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Buckwheat Pasta with Tofu and Sesame Vegetables

Jan 05, 2014

 The Research

Despite its name, buckwheat is not a grain.  It’s actually more closely related to sorrel and rhubarb than wheat!  The seeds of buckwheat plants are ground into flour, and are known for having high levels of flavonoids.  Some of these flavonoids are more concentrated when the plant is grown under organic conditions.  For example, one study out of the Czech Republic found higher levels of rutin and epicatechin (two flavonoids with antioxidant potential) in organically grown buckwheat than conventionally grown buckwheat.  When you buy buckwheat noodles for this recipe look for organic ones to add a little antioxidant punch to your dinner!

The Recipe

Excerpted fromThe Earthbound Cook” by Myra Goodman

This is a perfect budget-friendly recipe that’s great to remember when you need to make a dish for a potluck or a party. The key lies in having everything prepped and ready to go before you start cooking. First the tofu is sautéed to give it a golden crust; then while the pasta is cooking, the vegetables are quickly stir-fried. The result is an easy vegetarian dish loaded with tasty vegetables, beautiful colors and varying textures. One thing that we especially appreciate about this dish is that it’s great hot, at room temperature, or cold right out of the fridge.

From The Earthbound Cook: 250 Recipes for Delicious Food and a Healthy Planet by Myra Goodman

Ingredients

  • ½ cup soy sauce
  • 1 tbs fresh lemon juice
  • 2 tbs unseasoned rice vinegar
  • 2 tbs toasted sesame oil
  • 1 tsp ground ginger
  • 1 tsp garlic powder
  • 14 oz firm tofu (drained and cut into ½-inch-thick slices)
  • 2 tbs kosher salt
  • 8 oz buckwheat (soba) noodles
  • 3 tbs plain sesame oil
  • 3 tbs shallots (minced)
  • 1 tbs fresh ginger (peeled and finely grated)
  • 1 tbs minced garlic
  • 2 cups broccoli florets
  • 1 red bell pepper (stemmed, seeded and cut into 1/8-inch-thick strips, about 1-1/2 cups)
  • 1 large carrot (peeled and cut into 1/8-inch-thick slices, about ¾ cup)
  • 1 small zucchini (cut in half lengthwise and then cut crosswise into 1/8-inch-thick slices (about ¾ cup))
  • dash salt (to taste)
  • 2 tsp toasted sesame seeds

Directions

  • Place the soy sauce, lemon juice, vinegar, toasted sesame oil, ginger and garlic powder in a large bowl and whisk to blend. Add the slabs of tofu and let marinate for 5 minutes.
  • Heat a large skillet, preferably cast-iron, over medium-high heat and add the tofu (reserving the bowl of marinade). Cook on one side until browned, about 2 minutes. Then turn the tofu over with a spatula and cook until nicely browned on the other side, 2 minutes. Transfer the tofu to a cutting board and cut it into 3/4-inch cubes. Return the tofu to the bowl containing the marinade.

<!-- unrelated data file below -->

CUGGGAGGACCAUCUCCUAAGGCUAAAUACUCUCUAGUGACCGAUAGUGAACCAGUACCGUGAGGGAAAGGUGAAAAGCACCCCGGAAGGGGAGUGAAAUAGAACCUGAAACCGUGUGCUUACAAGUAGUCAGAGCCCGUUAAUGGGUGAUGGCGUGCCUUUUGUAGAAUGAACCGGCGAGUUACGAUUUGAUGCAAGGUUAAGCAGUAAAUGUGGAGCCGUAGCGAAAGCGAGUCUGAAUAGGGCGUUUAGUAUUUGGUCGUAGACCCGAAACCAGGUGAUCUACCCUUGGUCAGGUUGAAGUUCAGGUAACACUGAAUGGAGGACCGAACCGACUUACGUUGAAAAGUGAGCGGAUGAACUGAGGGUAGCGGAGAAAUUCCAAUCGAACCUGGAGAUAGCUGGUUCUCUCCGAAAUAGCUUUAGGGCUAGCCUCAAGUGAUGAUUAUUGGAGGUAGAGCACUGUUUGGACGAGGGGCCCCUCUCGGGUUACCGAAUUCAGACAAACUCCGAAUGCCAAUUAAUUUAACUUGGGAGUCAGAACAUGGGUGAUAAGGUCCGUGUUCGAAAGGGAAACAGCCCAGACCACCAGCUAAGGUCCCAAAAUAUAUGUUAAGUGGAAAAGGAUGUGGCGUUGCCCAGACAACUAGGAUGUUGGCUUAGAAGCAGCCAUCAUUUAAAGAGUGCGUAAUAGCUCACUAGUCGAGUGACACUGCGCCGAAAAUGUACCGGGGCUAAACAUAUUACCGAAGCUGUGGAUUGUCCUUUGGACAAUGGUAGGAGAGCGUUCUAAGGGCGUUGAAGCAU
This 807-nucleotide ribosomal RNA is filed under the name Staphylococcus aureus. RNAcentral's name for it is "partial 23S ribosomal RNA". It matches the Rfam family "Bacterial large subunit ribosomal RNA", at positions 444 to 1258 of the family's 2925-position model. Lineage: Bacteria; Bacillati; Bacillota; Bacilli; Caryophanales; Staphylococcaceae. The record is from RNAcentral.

• Bring 4 quarts of water to a boil in a large covered pot over high heat. Add 2 tablespoons salt, and stir in the noodles. Cook according to the package directions until al dente, about 7 minutes.
  • While the pasta is cooking, heat the plain sesame oil in a cast-iron skillet over medium-high heat. Add the shallots, ginger, and garlic, and cook, stirring constantly, until aromatic, about 1 minute. Then add the broccoli, bell pepper, carrot and zucchini, and stir-fry until the vegetables begin to soften, about 4 minutes. Cover the skillet and cook until the vegetables are crisp-tender, another 2 to 4 minutes.
  • Meanwhile, drain the noodles and add them to the tofu. Season the vegetable mixture with salt, and add it to the tofu and pasta. Toss to combine, sprinkle with the sesame seeds, and serve

 

Copyright 2010 by Myra Goodman
Used by permission of Workman Publishing Co., Inc. New York
All Rights Reserved

Entrees, Organic Recipes

One Response to “Buckwheat Pasta with Tofu and Sesame Vegetables”

  1. Bryant N. Carr says:

    Immune System Health: Buckwheat has a long list of attributes, and its impact on the immune system is one of the most important! We have mentioned the importance of scavenging free radicals in an effort to protect the body from a variety of diseases, and buckwheat has antioxidant components which are excellent at finding and eliminating free radicals, such as tocopherols, phenolic acid, selenium and flavonoids. All of these compounds are found in high levels in the extract of buckwheat seed, far higher than in other grains or comparable seeds. They boost the activity of other antioxidants like vitamin-C and protect the organ systems from free radicals, such as eliminating the presence of LDL cholesterol, or binding with neural receptor sites so free radicals are unable to.